But there is also another level of consistency beyond a surface aesthetic that I suspect might exist, though I’m not sure. Rowling habitually makes creatures out of psychological phenomena. (I am stealing this argument from the bits of Beatrice Groves’ Literary Allusion in Harry Potter that I have been able to read on Google Books, though I was well aware of specific examples beforehand.) For instance, boggarts are externalizations of anxiety: they are able to appear as whatever neurotic fear haunts you. Those characters who confront boggarts seem to be scared and even paralyzed by the boggart even though they know it is a boggart, no matter how implausible it is that a giant spider or an abusive teacher will step out of a china cabinet. That’s the way it is with anxiety: plausibility is irrelevant. Dementors are externalizations of depression, sapping from those around them the will to live, at the absolute worst rendering their victim catatonic; since they devour happiness, Sirius was only able to overcome them by some grim purpose which escapes their notice. There are non-creature examples of psychological externalizations in the Mirror of Erised, which shows a viewer what they most desire, and Amortentia, which smells like whatever makes you happiest.
The most important metaphorical externalizations might be the thestrals, which are symbols for the acceptance stage of grief. We learn in the books that only those who have died may see them, but Harry saw his mother die as an infant and yet cannot see them until after he has reckoned with witnessing Cedric’s death. When confronted with this plot hole in interviews, Rowling has clarified that they can only be seen by those who have accepted that what they saw was someone’s death, something Harry was not able to do as an infant.3 This is a logical inconsistency but it is metaphorically appropriate. And it pertains directly to a central theme in the books: the moral conflict between denying death and accepting it. Two of the series’ titles refer to death-denying immortality devices: Harry Potter and the Philosopher’s Stone and Harry Potter and the Deathly Hallows. The villain seeks both in his quest for immortality. But the characters struggle with it, too: the protagonists so thoroughly will not accept Buckbeak’s or Sirius’s deaths that they are willing to turn back time in Harry Potter and the Prisoner of Azkaban, and Harry’s late-series descent into adolescent angst is precipitated by Cedric’s death in Harry Potter and the Goblet of Fire and exacerbated by Sirius’s in Harry Potter and the Order of the Phoenix. And this is just the highlight reel: a close analysis of many passages in these books would reveal the acceptance of death and the denial of death as recurring themes. What I pose as a hypothesis, then, yet to be tested, is that an opposition between death denial and death acceptance might even constitute a structural principle. I’m not sure of this, though, nor whether Rowling succeeds. I would have to re-read the series. I am skeptical that she entirely achieves it, however, because Harry Potter survives the end of the series; its thematic development might require that he die at the end, and stay dead.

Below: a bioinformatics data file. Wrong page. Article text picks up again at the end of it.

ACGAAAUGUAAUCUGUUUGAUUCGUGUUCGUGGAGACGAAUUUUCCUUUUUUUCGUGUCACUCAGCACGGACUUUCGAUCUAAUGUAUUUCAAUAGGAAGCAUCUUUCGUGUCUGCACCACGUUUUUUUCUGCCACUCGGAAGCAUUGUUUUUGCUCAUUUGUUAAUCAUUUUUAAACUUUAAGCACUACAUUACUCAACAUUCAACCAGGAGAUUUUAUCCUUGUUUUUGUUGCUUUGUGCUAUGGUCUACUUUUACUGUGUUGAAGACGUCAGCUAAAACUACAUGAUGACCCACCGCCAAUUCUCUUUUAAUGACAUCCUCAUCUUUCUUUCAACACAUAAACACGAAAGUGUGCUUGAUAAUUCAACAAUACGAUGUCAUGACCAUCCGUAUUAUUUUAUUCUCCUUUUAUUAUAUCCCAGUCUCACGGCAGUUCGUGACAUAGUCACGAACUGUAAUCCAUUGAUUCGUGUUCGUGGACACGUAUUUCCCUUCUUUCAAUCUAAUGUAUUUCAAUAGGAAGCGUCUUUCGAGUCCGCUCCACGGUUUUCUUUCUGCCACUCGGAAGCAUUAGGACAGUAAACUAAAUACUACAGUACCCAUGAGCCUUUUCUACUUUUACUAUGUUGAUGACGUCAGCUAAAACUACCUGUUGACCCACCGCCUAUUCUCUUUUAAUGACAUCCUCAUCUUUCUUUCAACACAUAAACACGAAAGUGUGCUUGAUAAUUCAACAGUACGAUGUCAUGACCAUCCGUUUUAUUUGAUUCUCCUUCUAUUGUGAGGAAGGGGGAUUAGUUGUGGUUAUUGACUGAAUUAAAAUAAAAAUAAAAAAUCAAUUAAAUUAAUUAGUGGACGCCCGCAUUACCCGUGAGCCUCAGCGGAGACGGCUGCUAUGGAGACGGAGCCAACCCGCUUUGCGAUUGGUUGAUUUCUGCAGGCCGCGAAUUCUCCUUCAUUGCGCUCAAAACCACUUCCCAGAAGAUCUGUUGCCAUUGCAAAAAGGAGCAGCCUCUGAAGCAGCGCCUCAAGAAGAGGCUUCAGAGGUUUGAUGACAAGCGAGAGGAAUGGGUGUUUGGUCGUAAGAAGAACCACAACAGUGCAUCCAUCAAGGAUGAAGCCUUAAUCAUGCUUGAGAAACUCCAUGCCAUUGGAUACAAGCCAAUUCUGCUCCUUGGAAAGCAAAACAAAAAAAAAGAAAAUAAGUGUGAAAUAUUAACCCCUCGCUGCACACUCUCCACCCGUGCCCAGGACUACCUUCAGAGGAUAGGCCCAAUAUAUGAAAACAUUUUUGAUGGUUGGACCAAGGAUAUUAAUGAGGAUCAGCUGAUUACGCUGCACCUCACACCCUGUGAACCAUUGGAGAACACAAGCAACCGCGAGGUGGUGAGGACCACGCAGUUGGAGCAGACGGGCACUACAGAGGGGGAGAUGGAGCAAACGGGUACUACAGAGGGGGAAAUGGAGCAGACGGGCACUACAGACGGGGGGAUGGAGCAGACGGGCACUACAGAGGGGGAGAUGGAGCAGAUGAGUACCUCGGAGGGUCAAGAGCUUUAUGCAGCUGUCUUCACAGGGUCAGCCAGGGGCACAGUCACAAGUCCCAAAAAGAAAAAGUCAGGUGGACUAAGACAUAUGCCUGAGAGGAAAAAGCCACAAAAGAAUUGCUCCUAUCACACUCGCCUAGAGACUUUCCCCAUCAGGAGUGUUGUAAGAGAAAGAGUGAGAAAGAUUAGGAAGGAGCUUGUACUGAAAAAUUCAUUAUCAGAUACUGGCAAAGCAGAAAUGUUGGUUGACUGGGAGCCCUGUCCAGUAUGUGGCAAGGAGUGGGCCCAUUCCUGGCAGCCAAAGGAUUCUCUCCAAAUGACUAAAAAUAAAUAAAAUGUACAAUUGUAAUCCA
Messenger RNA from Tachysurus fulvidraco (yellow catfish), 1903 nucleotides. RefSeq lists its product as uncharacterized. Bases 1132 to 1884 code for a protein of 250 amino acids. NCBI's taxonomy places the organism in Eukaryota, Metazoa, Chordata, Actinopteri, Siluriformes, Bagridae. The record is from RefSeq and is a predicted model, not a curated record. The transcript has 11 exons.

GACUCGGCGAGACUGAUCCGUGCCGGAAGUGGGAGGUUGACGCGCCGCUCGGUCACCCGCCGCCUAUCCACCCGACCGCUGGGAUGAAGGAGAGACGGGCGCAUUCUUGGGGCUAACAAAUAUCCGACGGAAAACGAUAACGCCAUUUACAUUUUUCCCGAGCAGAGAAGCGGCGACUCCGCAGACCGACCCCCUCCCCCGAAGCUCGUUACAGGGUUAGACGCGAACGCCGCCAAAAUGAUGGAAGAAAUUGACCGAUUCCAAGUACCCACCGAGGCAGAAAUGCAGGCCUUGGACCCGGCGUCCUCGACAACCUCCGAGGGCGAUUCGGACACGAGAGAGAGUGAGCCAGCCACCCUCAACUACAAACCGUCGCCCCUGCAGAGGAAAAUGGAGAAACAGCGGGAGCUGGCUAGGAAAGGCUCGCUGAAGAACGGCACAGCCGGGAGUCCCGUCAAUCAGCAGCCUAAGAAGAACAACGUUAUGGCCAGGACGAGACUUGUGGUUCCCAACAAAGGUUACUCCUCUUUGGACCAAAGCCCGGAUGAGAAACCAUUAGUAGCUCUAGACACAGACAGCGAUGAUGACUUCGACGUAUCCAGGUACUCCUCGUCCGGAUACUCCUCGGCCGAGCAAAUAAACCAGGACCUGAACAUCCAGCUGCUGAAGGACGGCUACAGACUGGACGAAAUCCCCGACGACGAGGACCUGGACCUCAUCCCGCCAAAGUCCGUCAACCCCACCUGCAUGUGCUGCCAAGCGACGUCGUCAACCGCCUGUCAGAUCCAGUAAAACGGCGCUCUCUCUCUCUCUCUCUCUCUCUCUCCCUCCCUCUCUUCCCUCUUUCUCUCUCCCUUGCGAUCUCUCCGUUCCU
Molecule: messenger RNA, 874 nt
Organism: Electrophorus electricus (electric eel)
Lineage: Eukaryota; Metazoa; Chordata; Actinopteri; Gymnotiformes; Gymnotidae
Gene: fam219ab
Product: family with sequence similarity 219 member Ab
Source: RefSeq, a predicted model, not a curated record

Kinds of Consistency
So that is an outline of what another kind of consistency in Harry Potter might look like: a consistent whimsical aesthetic drawn from a few familiar sources and/or a consistent metaphorical externalization of psychological dramas, especially the conflict between death acceptance and death denial. With luck this example, and the example I elaborate about The Chronicles of Narnia, will help those of you familiar with fantasy in the vein of Barrie, Carroll, and Baum discover kinds of consistency in them. And if you have any ideas about that, please—please—speculate about them in the comments.
I have some last things I want to consider before I close.
First, I suspect that this post might pair well with my previous post, “The Oblivious Nerd in Three Constructs.” Logical consistency in fantasy seems like an analytic concern; whimsy and symbol seem like the opposite.
Second, it is not always necessary to choose between logical consistency, clever whimsy, and symbol. Take this passage from Max Gladstone’s Ruin of Angels, sixth in the Craft Sequence: